Korean Royal Barbecued Pork (Maekjeok : 맥적)

I probably will never forget our trip to the historic palace area when we were visiting Korea last summer, because it was SO incredibly hot that day and we were melting away into the pavement.  But even in the midst of our dehydration and misery, we couldn’t help but admire the colorful carved buildings with all their ornate details.  There was also an air-conditioned (hallelujah) museum there, where we got to see a display of a royal table with all the typical food.

Korean Royal Barbecued Pork Maekjeok 맥적 | ChefJulieYoon.com

Maekjeok, or Korean “Royal” Barbecued Pork, is one of the dishes that only palace people used to be able enjoy, but it’s really just thinly sliced pork marinated in Doenjang, or Korean fermented soybean paste. It’s not quite as popular as Bulgogi, but it actually pre-dates Bulgogi, and has such a unique flavor!

Korean Royal Barbecued Pork Maekjeok 맥적 | ChefJulieYoon.com

I love it especially in a crunchy lettuce wrap with some spicy kimchi.  It’s like eating a present…no wonder it was served before kings and queens!

Korean Royal Barbecued Pork Maekjeok 맥적 | ChefJulieYoon.com

The good news is you can easily make this down to earth dish at home and you no longer have to be royalty to eat it!  Watch how I make this delightfully surprising Royal Barbecued Pork in EPISODE 6 of Bits & Pieces SEASON 4 below:

WATCH HOW I MAKE KOREAN ROYAL BARBECUED PORK HERE {EP. 6 SEASON 4} :


I chose to use pre-sliced pork butt that they sell at the Korean market, which is also nicknamed as “Pork Bulgogi” because of how similar it is to the thinly sliced beef rib-eye meat used for Bulgogi.  But you can also use thinly sliced pork loin if you wish, especially if you want to go for a leaner cut.

Korean Royal Barbecued Pork Maekjeok 맥적 | ChefJulieYoon.com

I really love that this recipe uses Doenjang, Korean soybean paste, instead of Gochujang, or Korean red chili paste, which is usually more common for pork marinades.  But for those of you who want to enjoy a version of Korean marinated pork without the spice, this one’s for you!

Korean Royal Barbecued Pork Maekjeok 맥적 | ChefJulieYoon.com

It has that sweet and soy sauce-y quality that is consistent with Korean style barbecued meats, but then there’s that “hmmm… what is that” factor because of that earthy soybean paste.

Korean Royal Barbecued Pork Maekjeok 맥적 | ChefJulieYoon.com

This marinated pork can be eaten traditionally with some rice, kimchi, and lettuce wraps, but it would also do so well as part of a bunch of fusion dishes.

Korean Royal Barbecued Pork Maekjeok 맥적 | ChefJulieYoon.com

I can imagine it being used for various rice bowls, Korean style tacos, kimchi quesadillas, or a Banh Mi style sandwich!  Man my mind is spinning with ideas now!

Korean Royal Barbecued Pork Maekjeok 맥적 | ChefJulieYoon.com

And even though it’s called “barbecued” meat, you don’t have to cook it on a grill.  I chose to use my cast iron pan, but I just made sure it was screaming hot so the thin slices of pork could get a nice caramelization without overcooking.  As soon it comes off the pan, you do want to eat it right away while it’s still sizzling.  It’s just not the same when it cools down.  Maybe that’s why Koreans like cooking their meat right at the table!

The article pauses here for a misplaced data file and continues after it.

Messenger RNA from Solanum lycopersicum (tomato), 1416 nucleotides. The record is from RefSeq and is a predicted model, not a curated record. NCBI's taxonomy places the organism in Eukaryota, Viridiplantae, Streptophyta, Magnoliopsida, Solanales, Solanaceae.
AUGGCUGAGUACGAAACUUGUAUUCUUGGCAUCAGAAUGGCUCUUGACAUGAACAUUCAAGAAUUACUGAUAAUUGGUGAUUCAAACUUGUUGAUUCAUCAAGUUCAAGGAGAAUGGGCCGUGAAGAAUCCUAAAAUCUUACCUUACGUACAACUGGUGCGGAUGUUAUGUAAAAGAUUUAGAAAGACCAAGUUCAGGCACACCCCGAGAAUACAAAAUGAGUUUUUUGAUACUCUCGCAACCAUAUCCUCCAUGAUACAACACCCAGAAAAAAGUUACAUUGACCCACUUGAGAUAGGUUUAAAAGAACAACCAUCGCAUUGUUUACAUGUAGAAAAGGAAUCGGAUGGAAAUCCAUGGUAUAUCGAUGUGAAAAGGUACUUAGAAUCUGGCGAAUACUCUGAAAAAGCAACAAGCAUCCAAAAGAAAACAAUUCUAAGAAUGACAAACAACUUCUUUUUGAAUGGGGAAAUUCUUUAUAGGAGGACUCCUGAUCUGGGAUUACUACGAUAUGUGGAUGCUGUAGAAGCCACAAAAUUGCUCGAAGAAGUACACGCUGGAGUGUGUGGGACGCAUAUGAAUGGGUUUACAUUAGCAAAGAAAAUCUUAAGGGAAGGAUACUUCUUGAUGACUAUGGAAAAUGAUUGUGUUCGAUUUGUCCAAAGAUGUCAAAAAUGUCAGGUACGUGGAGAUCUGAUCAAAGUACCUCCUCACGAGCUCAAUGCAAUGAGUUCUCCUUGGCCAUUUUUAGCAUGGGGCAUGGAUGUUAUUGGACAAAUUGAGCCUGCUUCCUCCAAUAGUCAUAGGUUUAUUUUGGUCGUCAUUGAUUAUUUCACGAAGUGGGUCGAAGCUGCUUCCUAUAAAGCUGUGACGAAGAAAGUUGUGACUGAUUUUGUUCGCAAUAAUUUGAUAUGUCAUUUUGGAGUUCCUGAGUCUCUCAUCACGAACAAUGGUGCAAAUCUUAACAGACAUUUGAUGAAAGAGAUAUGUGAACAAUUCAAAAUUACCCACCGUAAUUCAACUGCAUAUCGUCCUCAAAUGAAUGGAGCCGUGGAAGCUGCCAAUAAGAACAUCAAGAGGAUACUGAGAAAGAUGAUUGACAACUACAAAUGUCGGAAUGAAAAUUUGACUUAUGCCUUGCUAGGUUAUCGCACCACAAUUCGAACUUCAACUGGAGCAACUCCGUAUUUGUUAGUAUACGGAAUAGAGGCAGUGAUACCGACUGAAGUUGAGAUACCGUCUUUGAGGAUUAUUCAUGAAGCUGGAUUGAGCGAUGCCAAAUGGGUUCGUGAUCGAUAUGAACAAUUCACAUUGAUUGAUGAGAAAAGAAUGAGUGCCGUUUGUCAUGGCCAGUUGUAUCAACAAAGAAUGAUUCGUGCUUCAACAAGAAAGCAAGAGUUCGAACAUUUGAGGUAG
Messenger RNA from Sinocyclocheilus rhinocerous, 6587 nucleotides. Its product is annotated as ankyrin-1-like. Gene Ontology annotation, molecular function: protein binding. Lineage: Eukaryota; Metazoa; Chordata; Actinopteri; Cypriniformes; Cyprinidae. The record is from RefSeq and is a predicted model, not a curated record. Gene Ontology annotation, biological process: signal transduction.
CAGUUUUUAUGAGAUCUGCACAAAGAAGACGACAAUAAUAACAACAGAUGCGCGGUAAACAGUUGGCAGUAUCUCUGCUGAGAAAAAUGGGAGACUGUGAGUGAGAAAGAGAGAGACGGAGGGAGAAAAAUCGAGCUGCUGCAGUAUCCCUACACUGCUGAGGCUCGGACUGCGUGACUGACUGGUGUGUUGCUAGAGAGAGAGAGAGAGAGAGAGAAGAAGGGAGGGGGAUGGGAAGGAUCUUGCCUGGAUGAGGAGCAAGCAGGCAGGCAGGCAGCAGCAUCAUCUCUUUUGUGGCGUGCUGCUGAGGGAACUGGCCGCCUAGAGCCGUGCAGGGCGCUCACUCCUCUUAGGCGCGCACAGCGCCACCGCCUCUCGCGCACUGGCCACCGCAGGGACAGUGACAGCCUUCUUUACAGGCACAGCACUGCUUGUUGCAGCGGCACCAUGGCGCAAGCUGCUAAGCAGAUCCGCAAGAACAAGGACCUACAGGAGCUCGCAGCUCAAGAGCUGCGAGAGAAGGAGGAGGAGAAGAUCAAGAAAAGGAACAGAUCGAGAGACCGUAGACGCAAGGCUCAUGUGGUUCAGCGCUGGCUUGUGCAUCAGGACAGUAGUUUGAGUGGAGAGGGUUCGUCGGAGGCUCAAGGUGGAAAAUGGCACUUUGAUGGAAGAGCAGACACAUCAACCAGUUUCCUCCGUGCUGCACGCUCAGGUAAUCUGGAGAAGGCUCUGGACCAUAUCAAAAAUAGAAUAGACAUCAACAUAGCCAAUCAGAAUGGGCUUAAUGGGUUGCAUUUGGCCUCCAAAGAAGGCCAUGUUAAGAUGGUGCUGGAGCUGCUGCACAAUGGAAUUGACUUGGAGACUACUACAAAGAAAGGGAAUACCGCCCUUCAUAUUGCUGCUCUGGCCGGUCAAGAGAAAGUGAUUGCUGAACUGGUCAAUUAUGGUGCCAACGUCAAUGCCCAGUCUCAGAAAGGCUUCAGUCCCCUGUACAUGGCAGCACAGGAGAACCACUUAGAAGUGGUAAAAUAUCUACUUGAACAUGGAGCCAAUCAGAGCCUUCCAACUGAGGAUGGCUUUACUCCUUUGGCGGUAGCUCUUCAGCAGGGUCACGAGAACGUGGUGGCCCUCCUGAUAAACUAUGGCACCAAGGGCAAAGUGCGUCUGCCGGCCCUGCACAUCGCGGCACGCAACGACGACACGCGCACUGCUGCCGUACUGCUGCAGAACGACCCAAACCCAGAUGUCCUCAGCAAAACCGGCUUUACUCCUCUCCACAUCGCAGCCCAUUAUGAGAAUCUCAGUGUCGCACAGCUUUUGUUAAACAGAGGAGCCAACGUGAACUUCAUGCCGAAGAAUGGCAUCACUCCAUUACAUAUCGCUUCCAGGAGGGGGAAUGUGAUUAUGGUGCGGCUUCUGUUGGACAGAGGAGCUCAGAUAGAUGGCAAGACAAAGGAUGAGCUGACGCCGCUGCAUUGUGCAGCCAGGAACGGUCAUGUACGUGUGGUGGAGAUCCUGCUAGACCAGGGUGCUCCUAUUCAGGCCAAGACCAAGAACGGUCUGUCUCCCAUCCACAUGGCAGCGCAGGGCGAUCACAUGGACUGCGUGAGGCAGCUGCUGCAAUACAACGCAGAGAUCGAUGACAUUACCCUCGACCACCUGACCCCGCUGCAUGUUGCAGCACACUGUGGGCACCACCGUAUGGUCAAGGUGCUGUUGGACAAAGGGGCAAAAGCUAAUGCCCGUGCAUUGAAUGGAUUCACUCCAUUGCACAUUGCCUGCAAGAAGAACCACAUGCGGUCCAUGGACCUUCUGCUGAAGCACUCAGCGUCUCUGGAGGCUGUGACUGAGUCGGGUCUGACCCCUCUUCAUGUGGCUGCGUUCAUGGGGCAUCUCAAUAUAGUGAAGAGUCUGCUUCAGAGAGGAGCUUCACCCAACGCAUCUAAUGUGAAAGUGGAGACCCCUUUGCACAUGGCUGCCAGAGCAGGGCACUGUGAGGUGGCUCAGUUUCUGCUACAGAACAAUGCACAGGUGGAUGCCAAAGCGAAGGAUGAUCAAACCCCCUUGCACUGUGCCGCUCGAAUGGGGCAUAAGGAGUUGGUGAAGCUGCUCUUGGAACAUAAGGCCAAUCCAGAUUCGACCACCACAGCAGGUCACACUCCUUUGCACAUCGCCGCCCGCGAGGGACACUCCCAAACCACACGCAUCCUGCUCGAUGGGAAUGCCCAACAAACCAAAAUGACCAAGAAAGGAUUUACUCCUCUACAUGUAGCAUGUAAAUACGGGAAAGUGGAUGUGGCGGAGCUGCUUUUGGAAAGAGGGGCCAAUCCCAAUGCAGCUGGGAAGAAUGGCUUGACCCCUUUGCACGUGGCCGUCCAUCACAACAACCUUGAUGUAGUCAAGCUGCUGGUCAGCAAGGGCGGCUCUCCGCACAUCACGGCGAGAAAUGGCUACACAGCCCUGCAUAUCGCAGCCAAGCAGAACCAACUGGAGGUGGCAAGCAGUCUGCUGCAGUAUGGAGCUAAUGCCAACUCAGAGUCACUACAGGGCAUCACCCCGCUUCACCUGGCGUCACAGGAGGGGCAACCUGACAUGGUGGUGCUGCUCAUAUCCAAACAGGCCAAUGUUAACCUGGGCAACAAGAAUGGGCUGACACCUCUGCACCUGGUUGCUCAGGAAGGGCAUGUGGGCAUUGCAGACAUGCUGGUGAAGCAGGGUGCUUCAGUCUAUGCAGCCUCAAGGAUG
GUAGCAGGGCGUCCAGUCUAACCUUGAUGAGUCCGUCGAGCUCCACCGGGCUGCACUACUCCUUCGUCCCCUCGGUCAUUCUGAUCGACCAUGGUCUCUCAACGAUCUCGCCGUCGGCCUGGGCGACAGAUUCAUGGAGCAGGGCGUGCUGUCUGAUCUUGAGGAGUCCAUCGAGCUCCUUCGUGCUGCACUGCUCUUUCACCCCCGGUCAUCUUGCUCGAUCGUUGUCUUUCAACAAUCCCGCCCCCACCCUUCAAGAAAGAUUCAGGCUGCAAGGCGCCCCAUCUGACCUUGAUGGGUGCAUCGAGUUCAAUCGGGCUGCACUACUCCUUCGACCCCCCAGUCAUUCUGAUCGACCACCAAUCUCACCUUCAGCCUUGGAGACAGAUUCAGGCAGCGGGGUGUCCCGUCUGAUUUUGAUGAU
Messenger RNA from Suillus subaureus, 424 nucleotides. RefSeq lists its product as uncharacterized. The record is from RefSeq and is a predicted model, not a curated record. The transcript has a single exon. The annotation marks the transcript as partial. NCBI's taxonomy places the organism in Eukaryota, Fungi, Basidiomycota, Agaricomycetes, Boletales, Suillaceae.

Korean Royal Barbecued Pork Maekjeok 맥적 | ChefJulieYoon.com

It’s funny to think that this dish was so special back in the day, because now all of the ingredients are so accessible, and it only takes minutes to marinate and cook.  It could be considered more like a quick weekday meal today!  But don’t tell your family or friends this…just let them believe you’re treating them like royalty.

Korean Royal Barbecued Pork Maekjeok 맥적 | ChefJulieYoon.com

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Korean Royal Barbecued Pork (Maekjeok : 맥적)
 
Thinly sliced pork is marinated in Korean soybean paste which gives it a sweet, salty and earthy flavor. One bite, and you'll understand why it was considered as food for royalty.
Author:
Serves: 2-3
Ingredients
  • 1 lb thinly sliced pork butt or pork loin
  • 2 tablespoons honey
  • 1 tablespoon mirin
  • 2 tablespoons water
  • 1 tablespoon doenjang (Korean soybean paste)
  • 1 tablespoon soy sauce
  • 1 scallion, chopped, plus more for garnish
  • 2 teaspoons minced garlic
  • 1 teaspoon minced ginger
  • 2 teaspoons toasted sesame seeds, plus more for garnish
  • 1 tablespoon sesame oil
  • Vegetable oil for cooking
Instructions
  1. Mix the honey, water, and mirin together. Marinate the pork in this mixture for 5 minutes first. Combine the doenjang, soy sauce, chopped green onion, and minced garlic together in a small bowl. Add to the pork and mix well with kitchen gloves, making sure to toss the pork gently so the thin slices don’t break. Drizzle the sesame oil on top, sprinkle on the sesame seeds, and mix again. Marinate the pork for 30 minutes.
  2. Place on a lightly oiled grill or in a large pan with a little oil over high heat, making sure not to crowd the pan, and cook for 3-4 minutes total, or until lightly caramelized on the outside. It will only caramelize if your pan is nice and hot. Do not overcook since the slices are so thin, and they can get dry. Garnish with more sesame seeds and chopped scallions. Serve while hot, along with rice, lettuce leaves, and kimchi!
TIP: Do yourself a favor and buy the pork from a Korean grocery store because it’s already thinly and uniformly sliced. It’s sometimes known as “Pork Bulgogi.”

 

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